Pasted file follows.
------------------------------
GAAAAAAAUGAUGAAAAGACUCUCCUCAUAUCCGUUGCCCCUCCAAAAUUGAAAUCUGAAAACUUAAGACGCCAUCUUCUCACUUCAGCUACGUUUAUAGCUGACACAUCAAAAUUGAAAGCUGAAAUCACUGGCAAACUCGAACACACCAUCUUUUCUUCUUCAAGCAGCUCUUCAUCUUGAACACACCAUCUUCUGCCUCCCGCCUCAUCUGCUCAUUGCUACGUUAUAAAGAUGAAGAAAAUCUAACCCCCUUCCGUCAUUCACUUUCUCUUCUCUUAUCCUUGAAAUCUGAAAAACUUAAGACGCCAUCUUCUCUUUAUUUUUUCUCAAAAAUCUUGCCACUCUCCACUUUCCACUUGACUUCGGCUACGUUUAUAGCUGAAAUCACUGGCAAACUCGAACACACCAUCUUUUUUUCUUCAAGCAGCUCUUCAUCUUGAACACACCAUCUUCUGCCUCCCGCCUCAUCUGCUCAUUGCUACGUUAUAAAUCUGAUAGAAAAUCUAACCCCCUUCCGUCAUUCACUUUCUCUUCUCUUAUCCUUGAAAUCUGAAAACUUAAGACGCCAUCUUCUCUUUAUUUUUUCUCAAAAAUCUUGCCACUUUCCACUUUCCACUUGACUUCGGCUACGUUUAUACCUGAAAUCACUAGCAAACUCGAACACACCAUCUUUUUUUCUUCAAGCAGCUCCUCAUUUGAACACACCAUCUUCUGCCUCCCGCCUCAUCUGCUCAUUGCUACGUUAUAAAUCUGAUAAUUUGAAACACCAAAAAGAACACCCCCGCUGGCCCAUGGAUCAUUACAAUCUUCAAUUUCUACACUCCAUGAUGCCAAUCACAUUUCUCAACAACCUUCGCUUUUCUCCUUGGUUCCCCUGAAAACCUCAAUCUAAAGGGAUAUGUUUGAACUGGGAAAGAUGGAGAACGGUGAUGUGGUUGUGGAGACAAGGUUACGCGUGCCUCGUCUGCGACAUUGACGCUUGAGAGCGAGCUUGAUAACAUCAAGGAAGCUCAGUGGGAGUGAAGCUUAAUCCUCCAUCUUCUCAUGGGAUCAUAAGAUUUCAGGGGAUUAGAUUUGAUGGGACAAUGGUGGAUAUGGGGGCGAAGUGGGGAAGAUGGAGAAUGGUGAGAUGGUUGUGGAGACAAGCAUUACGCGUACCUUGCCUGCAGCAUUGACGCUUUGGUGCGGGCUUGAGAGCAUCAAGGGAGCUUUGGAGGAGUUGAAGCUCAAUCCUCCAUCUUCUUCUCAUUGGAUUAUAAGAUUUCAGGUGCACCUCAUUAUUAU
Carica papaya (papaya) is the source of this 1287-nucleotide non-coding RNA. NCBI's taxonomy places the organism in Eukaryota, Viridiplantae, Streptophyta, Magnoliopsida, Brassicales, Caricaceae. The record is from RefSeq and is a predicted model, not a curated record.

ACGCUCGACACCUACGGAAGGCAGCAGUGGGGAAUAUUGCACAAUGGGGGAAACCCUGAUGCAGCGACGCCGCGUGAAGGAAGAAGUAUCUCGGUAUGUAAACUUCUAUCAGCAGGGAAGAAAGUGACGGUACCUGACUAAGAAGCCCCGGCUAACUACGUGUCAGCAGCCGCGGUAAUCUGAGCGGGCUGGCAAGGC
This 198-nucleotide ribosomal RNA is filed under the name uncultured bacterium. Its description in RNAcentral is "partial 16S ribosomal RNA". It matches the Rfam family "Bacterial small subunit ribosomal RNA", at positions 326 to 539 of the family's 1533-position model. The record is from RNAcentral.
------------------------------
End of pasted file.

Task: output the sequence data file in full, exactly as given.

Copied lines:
GAAAAAAAUGAUGAAAAGACUCUCCUCAUAUCCGUUGCCCCUCCAAAAUUGAAAUCUGAAAACUUAAGACGCCAUCUUCUCACUUCAGCUACGUUUAUAGCUGACACAUCAAAAUUGAAAGCUGAAAUCACUGGCAAACUCGAACACACCAUCUUUUCUUCUUCAAGCAGCUCUUCAUCUUGAACACACCAUCUUCUGCCUCCCGCCUCAUCUGCUCAUUGCUACGUUAUAAAGAUGAAGAAAAUCUAACCCCCUUCCGUCAUUCACUUUCUCUUCUCUUAUCCUUGAAAUCUGAAAAACUUAAGACGCCAUCUUCUCUUUAUUUUUUCUCAAAAAUCUUGCCACUCUCCACUUUCCACUUGACUUCGGCUACGUUUAUAGCUGAAAUCACUGGCAAACUCGAACACACCAUCUUUUUUUCUUCAAGCAGCUCUUCAUCUUGAACACACCAUCUUCUGCCUCCCGCCUCAUCUGCUCAUUGCUACGUUAUAAAUCUGAUAGAAAAUCUAACCCCCUUCCGUCAUUCACUUUCUCUUCUCUUAUCCUUGAAAUCUGAAAACUUAAGACGCCAUCUUCUCUUUAUUUUUUCUCAAAAAUCUUGCCACUUUCCACUUUCCACUUGACUUCGGCUACGUUUAUACCUGAAAUCACUAGCAAACUCGAACACACCAUCUUUUUUUCUUCAAGCAGCUCCUCAUUUGAACACACCAUCUUCUGCCUCCCGCCUCAUCUGCUCAUUGCUACGUUAUAAAUCUGAUAAUUUGAAACACCAAAAAGAACACCCCCGCUGGCCCAUGGAUCAUUACAAUCUUCAAUUUCUACACUCCAUGAUGCCAAUCACAUUUCUCAACAACCUUCGCUUUUCUCCUUGGUUCCCCUGAAAACCUCAAUCUAAAGGGAUAUGUUUGAACUGGGAAAGAUGGAGAACGGUGAUGUGGUUGUGGAGACAAGGUUACGCGUGCCUCGUCUGCGACAUUGACGCUUGAGAGCGAGCUUGAUAACAUCAAGGAAGCUCAGUGGGAGUGAAGCUUAAUCCUCCAUCUUCUCAUGGGAUCAUAAGAUUUCAGGGGAUUAGAUUUGAUGGGACAAUGGUGGAUAUGGGGGCGAAGUGGGGAAGAUGGAGAAUGGUGAGAUGGUUGUGGAGACAAGCAUUACGCGUACCUUGCCUGCAGCAUUGACGCUUUGGUGCGGGCUUGAGAGCAUCAAGGGAGCUUUGGAGGAGUUGAAGCUCAAUCCUCCAUCUUCUUCUCAUUGGAUUAUAAGAUUUCAGGUGCACCUCAUUAUUAU
Carica papaya (papaya) is the source of this 1287-nucleotide non-coding RNA. NCBI's taxonomy places the organism in Eukaryota, Viridiplantae, Streptophyta, Magnoliopsida, Brassicales, Caricaceae. The record is from RefSeq and is a predicted model, not a curated record.

ACGCUCGACACCUACGGAAGGCAGCAGUGGGGAAUAUUGCACAAUGGGGGAAACCCUGAUGCAGCGACGCCGCGUGAAGGAAGAAGUAUCUCGGUAUGUAAACUUCUAUCAGCAGGGAAGAAAGUGACGGUACCUGACUAAGAAGCCCCGGCUAACUACGUGUCAGCAGCCGCGGUAAUCUGAGCGGGCUGGCAAGGC
This 198-nucleotide ribosomal RNA is filed under the name uncultured bacterium. Its description in RNAcentral is "partial 16S ribosomal RNA". It matches the Rfam family "Bacterial small subunit ribosomal RNA", at positions 326 to 539 of the family's 1533-position model. The record is from RNAcentral.